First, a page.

Seniors find a home away from home at church’s adult day care program



e-Review Florida United Methodist News Service
      
 

Seniors find a home away from home at church’s adult day care program

Aug. 9, 2007  News media contact: Tita Parham*
800-282-8011 
tparham@flumc.org  Orlando {0715}

An e-Review Feature
By J.A. Buchholz**

Eddie Nelson, 81, is able to spend his days with friends and under the care of health professionals at Mount Moriah United Methodist Church’s adult day care program, instead of home alone while his sister is at work. Photo by Anita Chandler. Photo #07-0637. Web photo only.

Eddie Nelson could spend his days rambling alone in a house, waiting for his sister to return home from work.

Instead, the 81-year-old spends his days at the Mount Moriah United Methodist Church Adult Day Care Program.

The program, which greeted its first clients about four months ago, is a welcomed change for older people living with children or grandchildren who are away from home during the day at work or school.

Nelson, who is legally blind, enjoys the devotion time, meals and what organizers refer to as a ‘walk down memory lane’ — clients reliving highlights from their lives while participating in the program.

The program got its start because the Rev. Deloris Demps realizes that if her church is to be a healthy, viable congregation it must reach outside its walls to minister to its community.

Demps said the program is made possible in large part by a $1,000 grant from the Committee on Older Adult Ministries of the General Board of Discipleship of The United Methodist Church. So far, three clients are participating. Demps hopes that number will increase as the program grows.

The church, which has 49 members, had a facility that was more than adequate to house older adults, but Demps said it wasn’t being utilized. She said the grant allowed the church to advertise the program and organize the facility for operation, such as installing a separate telephone line.

Rosa Lee Williams said the program is like a lifeline. She has been attending since it began and enjoys the Bible study time, putting together puzzles, and arts and crafts.

Blood pressure checks are just one of the benefits Rosa Lee Williams, 76, enjoys at the adult day care facility run by Mount Moriah United Methodist Church. Photo by Anita Chandler. Photo #07-0638. Web photo only.

Williams participates two full days a week and partial days when she has a doctor’s appointment. The 76-year-old said while her aging body deters her in some ways “there are some things I can do and some things I can’t do.”

Volunteers from the nursing school at the University of North Florida help an assistant nurse and licensed practical nurse maintain close medical supervision of the clients.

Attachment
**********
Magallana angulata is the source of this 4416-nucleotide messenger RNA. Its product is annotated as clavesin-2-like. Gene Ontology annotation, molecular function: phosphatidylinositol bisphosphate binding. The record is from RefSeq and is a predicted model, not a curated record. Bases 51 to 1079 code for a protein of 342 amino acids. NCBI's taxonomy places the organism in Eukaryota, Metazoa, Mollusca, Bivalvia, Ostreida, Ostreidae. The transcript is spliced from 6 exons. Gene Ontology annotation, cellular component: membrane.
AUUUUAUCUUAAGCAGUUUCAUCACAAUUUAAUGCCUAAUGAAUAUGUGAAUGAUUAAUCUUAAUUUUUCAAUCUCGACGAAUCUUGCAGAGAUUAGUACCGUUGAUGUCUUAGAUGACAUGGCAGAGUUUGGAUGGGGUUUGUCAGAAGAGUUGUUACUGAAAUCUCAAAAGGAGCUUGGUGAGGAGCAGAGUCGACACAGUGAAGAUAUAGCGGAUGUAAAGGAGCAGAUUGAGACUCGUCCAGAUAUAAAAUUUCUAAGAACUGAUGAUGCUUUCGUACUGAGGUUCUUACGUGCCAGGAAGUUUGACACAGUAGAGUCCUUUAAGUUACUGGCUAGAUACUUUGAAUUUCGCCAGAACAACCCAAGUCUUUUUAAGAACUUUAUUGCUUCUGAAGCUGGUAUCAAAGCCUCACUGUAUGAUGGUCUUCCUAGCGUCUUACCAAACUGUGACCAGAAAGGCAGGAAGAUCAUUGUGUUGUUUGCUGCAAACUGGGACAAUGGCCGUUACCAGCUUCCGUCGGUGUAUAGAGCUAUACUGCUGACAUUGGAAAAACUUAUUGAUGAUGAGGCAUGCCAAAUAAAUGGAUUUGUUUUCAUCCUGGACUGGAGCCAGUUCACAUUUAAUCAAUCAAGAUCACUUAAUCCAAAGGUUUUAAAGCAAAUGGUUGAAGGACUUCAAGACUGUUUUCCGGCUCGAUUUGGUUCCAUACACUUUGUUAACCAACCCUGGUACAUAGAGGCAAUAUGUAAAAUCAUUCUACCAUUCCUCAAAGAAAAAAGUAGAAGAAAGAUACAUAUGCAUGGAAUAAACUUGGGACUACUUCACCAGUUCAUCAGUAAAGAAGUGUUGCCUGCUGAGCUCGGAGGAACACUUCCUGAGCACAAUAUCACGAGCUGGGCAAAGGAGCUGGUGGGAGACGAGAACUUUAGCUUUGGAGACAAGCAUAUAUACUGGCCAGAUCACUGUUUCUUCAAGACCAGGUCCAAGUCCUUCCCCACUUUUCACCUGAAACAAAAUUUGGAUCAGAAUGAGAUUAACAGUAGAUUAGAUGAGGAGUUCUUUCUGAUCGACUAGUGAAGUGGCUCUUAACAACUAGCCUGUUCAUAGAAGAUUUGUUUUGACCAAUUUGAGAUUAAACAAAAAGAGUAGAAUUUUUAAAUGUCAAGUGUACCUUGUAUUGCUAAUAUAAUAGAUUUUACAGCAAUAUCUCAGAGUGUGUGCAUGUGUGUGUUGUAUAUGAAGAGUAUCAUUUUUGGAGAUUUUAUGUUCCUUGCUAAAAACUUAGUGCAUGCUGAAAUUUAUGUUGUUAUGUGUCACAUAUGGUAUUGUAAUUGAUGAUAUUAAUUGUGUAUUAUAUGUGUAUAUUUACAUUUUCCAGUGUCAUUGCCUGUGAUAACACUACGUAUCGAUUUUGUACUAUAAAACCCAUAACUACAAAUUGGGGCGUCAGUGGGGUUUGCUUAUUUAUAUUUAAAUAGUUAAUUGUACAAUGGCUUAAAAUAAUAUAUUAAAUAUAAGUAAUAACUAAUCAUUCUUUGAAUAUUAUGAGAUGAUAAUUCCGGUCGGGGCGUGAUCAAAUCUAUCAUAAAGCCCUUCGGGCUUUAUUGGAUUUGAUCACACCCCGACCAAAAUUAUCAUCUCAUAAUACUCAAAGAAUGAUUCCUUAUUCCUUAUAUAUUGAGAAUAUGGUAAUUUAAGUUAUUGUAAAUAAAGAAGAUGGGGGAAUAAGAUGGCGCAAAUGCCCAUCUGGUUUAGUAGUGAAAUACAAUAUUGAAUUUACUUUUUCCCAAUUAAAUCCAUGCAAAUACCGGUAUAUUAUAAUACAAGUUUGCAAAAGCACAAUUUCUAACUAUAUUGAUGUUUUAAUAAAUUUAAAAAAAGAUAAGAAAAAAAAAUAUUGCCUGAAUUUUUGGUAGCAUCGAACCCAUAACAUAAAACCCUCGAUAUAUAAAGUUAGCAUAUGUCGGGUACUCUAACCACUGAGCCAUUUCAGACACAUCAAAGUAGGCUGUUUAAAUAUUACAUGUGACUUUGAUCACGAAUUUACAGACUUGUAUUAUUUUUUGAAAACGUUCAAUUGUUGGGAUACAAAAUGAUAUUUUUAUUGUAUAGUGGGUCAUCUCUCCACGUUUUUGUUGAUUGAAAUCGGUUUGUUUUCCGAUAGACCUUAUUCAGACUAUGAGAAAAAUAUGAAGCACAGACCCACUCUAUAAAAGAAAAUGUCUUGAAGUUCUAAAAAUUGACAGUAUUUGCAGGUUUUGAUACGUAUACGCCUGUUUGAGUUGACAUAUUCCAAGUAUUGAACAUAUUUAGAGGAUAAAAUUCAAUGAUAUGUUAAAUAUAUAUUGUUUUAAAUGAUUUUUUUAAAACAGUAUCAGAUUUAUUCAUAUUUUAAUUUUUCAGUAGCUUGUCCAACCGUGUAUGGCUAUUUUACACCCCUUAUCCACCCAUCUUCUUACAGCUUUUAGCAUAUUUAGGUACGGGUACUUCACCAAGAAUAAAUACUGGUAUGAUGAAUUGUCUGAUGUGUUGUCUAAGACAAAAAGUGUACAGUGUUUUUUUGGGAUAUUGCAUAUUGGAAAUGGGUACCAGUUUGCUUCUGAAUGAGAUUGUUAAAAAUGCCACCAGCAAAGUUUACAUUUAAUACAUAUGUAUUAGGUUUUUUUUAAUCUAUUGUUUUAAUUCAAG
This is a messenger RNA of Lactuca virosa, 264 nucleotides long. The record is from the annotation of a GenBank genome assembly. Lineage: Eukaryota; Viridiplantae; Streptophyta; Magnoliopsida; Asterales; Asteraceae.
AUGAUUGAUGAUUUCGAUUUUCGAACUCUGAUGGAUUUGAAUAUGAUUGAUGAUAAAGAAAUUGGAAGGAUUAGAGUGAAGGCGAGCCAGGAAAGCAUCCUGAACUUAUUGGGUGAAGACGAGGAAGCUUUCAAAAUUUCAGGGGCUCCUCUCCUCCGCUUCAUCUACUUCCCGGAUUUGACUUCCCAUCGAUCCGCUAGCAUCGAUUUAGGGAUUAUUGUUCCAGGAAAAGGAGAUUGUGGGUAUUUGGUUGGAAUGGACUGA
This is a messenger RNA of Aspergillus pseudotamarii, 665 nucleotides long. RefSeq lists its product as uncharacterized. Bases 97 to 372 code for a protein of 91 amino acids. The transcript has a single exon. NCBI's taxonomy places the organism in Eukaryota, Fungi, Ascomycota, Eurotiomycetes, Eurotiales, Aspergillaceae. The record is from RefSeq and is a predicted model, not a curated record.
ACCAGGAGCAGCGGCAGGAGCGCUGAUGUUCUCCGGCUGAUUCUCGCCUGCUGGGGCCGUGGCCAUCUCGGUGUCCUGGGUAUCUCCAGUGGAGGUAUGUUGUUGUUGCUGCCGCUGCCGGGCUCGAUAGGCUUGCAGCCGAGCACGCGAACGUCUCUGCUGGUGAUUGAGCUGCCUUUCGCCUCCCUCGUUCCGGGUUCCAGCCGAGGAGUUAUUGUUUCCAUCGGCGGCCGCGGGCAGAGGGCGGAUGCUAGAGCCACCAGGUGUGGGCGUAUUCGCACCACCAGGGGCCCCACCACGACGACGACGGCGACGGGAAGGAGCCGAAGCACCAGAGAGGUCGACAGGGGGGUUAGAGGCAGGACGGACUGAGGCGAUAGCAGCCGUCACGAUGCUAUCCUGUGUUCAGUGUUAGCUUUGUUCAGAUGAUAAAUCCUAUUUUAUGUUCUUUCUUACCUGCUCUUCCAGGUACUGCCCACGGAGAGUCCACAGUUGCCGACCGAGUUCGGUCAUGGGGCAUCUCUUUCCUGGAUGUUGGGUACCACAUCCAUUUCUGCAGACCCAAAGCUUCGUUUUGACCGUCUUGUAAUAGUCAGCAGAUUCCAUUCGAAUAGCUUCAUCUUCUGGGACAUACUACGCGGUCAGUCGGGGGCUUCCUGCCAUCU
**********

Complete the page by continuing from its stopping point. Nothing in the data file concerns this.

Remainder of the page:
Demps says church members are thrilled the idea for an older adult day care facility became a reality because it’s just what the community needs.

“Starting the program has been a blessing for the community and for the church,” Demps said. “This was really a vision that was given to the church.”

The vision includes offering computer training, serving breakfast and lunch, providing exercise opportunities and going on field trips.

Blessing the community in other ways

Demps is proud the church is able to reach the community’s children, as well.

Although the church’s membership is small, there are plenty of families with children in the community. That was evident when the church decided to offer a two-month summer camp last summer and 40 children attended.

It was such a success the church continued the program this year in mid-June with 43 children ages 3 and older.

Demps is happy the church was able to hold the summer camp again this year since so many people participated last year.

“I just couldn’t see these same children running around the streets,” she said. “We even were able to partner with the Jacksonville Children Commission.”

With the commission’s help, children who receive free or reduced lunches paid just $10 each week of the program. The remainder of the children paid $25 each week. Two directors and several counselors, junior and senior high school students, led the program.

Lifelong church member Anita Chandler said the success of the summer camp program demonstrated a need in the community that is not being met.

“We want the church to be a home away from home,” Chandler said. “We want to provide a caring, loving environment for the people we get.”

Although small in number, she says the church has a large heart it is willing to share with the community.

“We want to be a church that is ministering outside its four walls,” she added.

Demps said the church would also like to provide academic tutoring for children, many of whom struggle with standardized testing.

“There is a great need in this community,” Demps said. “We are trying our best to fulfill it.”

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This article relates to Outreach.

*Parham is managing editor of e-Review Florida United Methodist News Service.
**Buchholz is a staff writer for e-Review Florida United Methodist News Service.




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